Dayton Hudson Case Study

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I.Brief Background
II.Statement of the Problem
Dayton-Hudson Corporation should determine ways of how to make its divisions more cost-effective.

1.To be able to observe Dayton Hudson's strengths and weaknesses. 2.To site Dayton Hudson's opportunities and threats.

IV.Areas of Consideration
1.In 1891, Hudson's was the largest retailer of men's clothes in America. 2.Merchandise innovations were return privileges and price marketing in place of bargaining. 3.Hudson's bought Marshall Fields Dept. taking on a billion dollar debt in the process. 4.Target's system is "micro marketing".

5.Department Stores use a more conservative promotional strategy. 6.Mervyn's revenues declined 3.2 percent.
7.Credit card transactions were handled by Hudson's wholly owned Retailers National Bank, chartered 1994. 8.Since 1946, Hudson's has contributed 5 percent of its pretax profits for philanthropic purposes. 9.Hudson's primary objective is to maximize share holder value over time.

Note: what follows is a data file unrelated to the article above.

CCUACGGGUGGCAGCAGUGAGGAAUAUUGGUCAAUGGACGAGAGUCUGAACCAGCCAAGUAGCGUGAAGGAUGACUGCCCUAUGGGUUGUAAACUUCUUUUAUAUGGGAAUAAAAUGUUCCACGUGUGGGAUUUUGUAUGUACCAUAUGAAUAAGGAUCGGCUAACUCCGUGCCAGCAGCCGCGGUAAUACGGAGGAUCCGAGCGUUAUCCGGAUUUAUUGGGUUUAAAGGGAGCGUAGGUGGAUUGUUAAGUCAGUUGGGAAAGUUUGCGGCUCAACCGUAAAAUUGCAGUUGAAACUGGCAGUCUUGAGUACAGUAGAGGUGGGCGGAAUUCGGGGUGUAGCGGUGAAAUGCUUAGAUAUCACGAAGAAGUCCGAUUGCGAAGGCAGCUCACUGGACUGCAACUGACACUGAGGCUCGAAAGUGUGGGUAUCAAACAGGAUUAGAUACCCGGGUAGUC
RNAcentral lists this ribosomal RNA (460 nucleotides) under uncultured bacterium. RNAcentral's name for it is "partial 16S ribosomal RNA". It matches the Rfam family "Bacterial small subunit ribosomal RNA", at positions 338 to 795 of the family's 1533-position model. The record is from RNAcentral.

V.Alternative Courses of Action
•The Hudson Corporation is committed to serving their guests better than their competitors with trend right, high quality merchandise at very competitive prices. •Provide a low-cost, high quality distributor of merchandise through "boundary less" functioning. •Dayton Hudson's Mervyn's and Department store division should adapt Target's "micro-marketing" strategy. • Hudson Corporation should liquidate the divisions which are not doing well in the market and expand those which are profitable.

Hudson Corporation should liquidate the divisions which are not doing well such as the Mervyn's division (Asset Sale). Mervyn's performance in the recent years has been disappointing. Revenue declined 3.2 percent because Mervyn's clothing line was bland and narrow. According to selected data for Mervyn's Division, its operating profit was 280 ('97), 153 ('96), 100 ('95), 206...
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